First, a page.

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The following message is from Paul Hellyer, an ex-Canadfian Liberal Party Minister and long-time Money Reformer. He was a founder member of the progressive and economically nationalist group the Canadian Action Party. Whilst still a member he now concentrates on Monetary and Banking reform.

Like you I am a long-time monetary reformer. Most of my adult life and much of my fortune has been dedicated to this worthy and now desperately urgent pursuit, but with little to show for it to date. The meltdown of 2007-08 and the current global sovereign debt crisis offer a unique opportunity to raise understanding of the issue to a new level of public consciousness that conceivably might result in some action being taken.

One of the problems has always been that nearly every monetary reformer has his or her own preferred solution. We are hoping that we could form a united front in support of what I call the 34% solution, i.e. 34% government-created money and 66% bank-created money.

This would mean abandoning the “capital adequacy” system, which has proved to be a “capital inadequacy” system and reverting to the partial reserve approach of earlier years, and raising the reserve requirement of banks at an agreed rate until they reach 34% of deposits.

Although this is an arbitrary number it is the product of considerable thought. It should be high enough to allow governments to balance their budgets. Implementation would permit the retirement, on an orderly basis, of very significant amounts of sovereign debt.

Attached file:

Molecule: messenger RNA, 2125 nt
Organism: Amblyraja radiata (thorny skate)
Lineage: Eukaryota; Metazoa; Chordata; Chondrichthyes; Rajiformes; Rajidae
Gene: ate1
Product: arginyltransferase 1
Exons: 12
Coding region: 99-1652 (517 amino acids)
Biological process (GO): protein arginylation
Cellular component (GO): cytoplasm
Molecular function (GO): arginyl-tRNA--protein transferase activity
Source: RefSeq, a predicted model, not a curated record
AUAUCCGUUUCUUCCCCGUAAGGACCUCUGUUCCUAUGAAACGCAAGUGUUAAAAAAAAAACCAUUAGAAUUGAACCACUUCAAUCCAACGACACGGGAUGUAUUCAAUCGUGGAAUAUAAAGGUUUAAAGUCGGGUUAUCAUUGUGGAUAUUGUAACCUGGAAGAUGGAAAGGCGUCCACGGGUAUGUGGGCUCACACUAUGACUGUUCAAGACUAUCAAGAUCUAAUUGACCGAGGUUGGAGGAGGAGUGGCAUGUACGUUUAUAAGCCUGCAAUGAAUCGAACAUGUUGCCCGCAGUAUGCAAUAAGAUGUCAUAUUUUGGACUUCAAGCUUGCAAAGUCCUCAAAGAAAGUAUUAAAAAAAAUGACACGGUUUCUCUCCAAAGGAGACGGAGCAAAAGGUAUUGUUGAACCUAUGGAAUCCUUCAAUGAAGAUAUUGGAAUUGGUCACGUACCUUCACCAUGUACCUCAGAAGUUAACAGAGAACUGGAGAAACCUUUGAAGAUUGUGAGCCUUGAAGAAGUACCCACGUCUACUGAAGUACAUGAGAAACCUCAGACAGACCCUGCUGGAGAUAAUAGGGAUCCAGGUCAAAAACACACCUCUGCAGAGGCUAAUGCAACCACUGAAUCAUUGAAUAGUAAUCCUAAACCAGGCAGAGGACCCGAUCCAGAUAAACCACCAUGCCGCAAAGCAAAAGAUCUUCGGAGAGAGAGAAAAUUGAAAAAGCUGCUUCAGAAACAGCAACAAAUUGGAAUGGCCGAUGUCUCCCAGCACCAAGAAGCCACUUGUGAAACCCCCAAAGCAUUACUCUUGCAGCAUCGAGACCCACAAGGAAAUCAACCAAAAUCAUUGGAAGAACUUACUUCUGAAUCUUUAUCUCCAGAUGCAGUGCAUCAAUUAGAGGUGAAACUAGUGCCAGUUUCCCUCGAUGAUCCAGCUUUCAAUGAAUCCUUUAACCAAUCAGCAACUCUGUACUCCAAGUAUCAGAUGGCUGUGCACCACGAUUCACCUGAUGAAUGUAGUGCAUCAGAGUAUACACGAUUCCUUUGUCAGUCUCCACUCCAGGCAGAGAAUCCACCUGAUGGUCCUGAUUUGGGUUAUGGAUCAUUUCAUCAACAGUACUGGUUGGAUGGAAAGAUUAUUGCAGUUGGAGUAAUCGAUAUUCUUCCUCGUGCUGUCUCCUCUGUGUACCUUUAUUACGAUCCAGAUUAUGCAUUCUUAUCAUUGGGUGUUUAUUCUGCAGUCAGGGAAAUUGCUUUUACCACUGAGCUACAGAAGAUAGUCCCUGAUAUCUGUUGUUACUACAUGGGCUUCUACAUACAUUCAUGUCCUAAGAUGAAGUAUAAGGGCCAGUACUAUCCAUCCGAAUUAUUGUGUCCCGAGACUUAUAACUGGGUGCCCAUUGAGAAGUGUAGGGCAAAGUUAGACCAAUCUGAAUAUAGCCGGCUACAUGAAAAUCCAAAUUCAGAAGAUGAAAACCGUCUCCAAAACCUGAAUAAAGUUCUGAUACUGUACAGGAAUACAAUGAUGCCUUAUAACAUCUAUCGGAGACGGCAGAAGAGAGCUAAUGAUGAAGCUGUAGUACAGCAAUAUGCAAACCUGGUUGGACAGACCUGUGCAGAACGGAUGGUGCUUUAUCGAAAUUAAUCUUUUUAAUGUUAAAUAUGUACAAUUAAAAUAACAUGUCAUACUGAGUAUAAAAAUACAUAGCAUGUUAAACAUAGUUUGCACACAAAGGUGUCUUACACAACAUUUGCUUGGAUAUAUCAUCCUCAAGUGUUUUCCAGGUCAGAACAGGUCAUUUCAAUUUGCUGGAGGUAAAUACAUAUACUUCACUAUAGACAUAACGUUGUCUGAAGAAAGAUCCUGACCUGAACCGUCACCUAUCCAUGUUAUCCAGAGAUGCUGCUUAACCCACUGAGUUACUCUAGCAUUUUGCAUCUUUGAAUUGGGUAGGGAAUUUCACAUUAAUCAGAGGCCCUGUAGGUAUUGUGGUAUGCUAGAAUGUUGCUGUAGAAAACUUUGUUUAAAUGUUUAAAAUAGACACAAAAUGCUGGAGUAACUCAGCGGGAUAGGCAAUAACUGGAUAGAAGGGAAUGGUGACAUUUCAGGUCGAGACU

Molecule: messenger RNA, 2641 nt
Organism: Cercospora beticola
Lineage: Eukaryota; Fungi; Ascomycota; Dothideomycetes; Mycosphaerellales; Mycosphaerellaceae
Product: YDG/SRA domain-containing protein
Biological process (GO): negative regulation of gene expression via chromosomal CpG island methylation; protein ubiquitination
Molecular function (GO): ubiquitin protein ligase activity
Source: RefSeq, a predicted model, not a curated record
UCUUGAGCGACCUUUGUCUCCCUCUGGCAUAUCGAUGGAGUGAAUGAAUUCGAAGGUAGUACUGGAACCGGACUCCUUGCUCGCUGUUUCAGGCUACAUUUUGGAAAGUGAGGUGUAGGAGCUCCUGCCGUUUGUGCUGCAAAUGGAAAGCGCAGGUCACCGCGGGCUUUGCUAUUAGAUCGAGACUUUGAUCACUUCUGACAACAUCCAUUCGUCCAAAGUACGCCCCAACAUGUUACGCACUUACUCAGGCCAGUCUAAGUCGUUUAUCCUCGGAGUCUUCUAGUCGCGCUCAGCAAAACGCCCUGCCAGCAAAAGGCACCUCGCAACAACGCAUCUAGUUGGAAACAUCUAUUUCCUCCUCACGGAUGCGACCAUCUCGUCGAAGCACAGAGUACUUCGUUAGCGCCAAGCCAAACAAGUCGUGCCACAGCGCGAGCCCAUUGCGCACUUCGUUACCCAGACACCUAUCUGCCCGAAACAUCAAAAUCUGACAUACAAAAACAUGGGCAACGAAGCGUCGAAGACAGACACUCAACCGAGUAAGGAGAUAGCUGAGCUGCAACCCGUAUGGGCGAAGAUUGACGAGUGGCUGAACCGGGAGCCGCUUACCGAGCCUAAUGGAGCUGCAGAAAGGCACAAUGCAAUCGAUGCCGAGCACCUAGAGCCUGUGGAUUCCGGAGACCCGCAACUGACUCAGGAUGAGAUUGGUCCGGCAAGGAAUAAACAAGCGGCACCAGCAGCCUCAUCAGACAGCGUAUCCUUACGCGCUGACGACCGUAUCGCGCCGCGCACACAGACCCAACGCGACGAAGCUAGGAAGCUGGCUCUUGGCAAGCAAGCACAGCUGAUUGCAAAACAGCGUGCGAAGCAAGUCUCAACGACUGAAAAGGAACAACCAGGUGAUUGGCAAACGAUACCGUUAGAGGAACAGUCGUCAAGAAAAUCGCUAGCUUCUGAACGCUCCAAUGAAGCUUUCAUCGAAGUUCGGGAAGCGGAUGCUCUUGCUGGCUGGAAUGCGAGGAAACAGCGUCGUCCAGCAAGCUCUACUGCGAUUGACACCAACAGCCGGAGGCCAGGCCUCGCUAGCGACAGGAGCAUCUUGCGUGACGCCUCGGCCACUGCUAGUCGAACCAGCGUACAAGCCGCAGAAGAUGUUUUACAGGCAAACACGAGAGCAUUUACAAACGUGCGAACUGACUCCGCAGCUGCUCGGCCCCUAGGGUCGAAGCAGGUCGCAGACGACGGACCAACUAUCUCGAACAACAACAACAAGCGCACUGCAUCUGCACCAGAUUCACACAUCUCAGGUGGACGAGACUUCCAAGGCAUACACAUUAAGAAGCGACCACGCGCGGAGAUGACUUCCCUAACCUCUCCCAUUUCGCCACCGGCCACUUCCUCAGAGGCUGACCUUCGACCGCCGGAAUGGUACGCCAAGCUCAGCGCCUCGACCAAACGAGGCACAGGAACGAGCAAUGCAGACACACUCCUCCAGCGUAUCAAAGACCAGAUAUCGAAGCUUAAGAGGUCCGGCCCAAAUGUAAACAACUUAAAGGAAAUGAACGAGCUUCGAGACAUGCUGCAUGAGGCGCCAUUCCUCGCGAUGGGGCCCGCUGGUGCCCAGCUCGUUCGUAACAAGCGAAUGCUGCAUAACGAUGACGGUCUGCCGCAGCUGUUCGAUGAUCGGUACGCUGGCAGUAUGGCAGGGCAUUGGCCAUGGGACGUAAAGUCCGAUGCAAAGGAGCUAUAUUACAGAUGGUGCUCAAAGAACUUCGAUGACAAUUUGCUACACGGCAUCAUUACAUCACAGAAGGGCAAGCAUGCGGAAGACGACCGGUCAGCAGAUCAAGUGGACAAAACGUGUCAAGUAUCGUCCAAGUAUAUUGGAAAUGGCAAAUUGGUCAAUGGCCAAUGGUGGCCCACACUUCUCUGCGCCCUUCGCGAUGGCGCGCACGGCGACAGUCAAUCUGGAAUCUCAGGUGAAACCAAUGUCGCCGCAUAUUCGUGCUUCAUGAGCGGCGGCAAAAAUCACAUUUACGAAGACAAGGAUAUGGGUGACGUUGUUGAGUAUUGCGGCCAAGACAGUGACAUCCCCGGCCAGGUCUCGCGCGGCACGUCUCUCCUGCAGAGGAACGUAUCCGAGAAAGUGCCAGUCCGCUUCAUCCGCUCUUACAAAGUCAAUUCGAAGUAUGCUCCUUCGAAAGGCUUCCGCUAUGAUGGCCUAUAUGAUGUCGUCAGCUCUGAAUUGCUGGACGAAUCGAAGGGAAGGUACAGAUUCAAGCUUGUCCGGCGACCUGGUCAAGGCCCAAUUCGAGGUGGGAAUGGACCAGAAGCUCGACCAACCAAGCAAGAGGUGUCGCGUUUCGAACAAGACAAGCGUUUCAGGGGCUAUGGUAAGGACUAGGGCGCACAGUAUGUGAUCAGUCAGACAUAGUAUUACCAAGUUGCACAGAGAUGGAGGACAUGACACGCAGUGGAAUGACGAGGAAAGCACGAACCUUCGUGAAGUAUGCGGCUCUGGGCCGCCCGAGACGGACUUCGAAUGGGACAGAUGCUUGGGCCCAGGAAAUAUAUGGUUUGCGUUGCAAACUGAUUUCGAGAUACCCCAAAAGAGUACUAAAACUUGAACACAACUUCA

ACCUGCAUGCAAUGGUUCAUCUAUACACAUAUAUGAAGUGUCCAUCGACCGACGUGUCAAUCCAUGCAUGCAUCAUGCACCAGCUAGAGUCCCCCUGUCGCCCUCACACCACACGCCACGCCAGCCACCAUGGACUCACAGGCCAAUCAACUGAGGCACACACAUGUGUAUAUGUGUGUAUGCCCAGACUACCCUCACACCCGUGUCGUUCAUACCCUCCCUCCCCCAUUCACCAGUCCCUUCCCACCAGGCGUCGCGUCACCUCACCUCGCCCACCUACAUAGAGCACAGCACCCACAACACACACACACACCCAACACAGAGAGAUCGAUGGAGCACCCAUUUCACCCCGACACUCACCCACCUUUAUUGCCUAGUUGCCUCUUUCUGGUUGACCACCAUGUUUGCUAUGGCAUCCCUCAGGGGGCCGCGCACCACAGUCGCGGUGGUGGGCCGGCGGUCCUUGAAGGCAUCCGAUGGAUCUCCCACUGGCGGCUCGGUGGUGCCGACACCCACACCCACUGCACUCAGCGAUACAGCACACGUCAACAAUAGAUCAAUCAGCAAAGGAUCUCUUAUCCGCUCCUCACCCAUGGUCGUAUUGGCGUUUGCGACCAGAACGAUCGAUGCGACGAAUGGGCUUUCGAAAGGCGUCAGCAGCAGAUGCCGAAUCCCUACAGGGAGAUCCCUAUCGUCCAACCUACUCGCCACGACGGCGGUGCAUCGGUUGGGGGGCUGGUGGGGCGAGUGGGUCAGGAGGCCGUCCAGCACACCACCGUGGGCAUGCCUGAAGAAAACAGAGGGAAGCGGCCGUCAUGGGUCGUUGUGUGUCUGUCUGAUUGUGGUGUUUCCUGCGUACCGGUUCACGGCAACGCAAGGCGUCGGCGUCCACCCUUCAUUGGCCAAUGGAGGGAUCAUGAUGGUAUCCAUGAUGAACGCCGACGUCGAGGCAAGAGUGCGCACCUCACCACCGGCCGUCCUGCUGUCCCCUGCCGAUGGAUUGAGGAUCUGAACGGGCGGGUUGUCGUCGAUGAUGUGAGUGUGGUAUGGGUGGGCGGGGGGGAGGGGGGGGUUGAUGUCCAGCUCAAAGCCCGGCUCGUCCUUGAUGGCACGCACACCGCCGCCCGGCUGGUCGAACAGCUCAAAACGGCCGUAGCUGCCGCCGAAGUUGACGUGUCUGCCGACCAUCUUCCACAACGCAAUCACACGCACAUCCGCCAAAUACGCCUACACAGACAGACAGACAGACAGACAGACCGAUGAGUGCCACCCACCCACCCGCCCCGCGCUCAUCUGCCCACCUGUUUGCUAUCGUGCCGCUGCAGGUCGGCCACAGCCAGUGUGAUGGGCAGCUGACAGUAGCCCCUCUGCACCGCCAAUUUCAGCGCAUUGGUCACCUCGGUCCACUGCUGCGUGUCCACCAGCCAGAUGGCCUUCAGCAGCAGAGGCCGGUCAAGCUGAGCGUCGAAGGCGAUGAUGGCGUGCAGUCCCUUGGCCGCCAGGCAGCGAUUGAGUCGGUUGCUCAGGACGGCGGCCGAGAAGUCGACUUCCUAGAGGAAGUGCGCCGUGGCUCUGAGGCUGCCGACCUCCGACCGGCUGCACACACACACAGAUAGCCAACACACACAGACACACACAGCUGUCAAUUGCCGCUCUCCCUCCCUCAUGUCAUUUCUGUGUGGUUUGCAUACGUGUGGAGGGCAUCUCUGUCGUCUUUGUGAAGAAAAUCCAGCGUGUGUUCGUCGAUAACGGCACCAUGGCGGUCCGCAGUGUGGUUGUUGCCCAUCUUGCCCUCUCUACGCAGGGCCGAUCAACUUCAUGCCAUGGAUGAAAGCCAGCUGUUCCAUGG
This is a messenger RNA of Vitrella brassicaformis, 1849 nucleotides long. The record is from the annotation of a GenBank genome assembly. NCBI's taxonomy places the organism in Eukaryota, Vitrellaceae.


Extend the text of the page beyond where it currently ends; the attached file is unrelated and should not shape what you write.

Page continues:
About the only issue on which Milton Friedman was right is that 100% reserves is a political non-starter. It won’t fly now, or ever. On the strength of that reality I have long supported the 50% solution. When a bank chief economist with whom I collaborated complained and said that meant that banks would have to call loans, I took the most recent annual report of his bank to prove that was not correct. But they would have had to sell all of their other assets. So I concluded that a leverage of three to one, rather than two to one, would be more palatable for such a large and well-established industry.

The three to one enjoys the additional argument that it is the maximum leverage most banks will allow when considering loans to industry – and even then only if they have a guaranteed cash flow. So banks shouldn’t complain about having to live by their own rules – but they will! A reduction from twenty to one to three to one will produce outrage such has seldom been heard.

In reaction to the global warming crisis I have published my 13th book entitled Light at the End of the Tunnel: A Survival Plan for the Human Species. It sets out the three essentials for human survival. One of them, of course, is monetary reform. So Chapter 9 and the ending of Chapter 8 are dedicated to monetary reform and the 34% solution. The book is available at www.authorhouse.co.uk

So on behalf of our small but rapidly expanding group, I implore you to join us in this noble campaign to educate both the grass roots citizens and their political leaders on the most important subject on their agenda. It should be a fun campaign that is close to our collective heart.


Paul Hellyer


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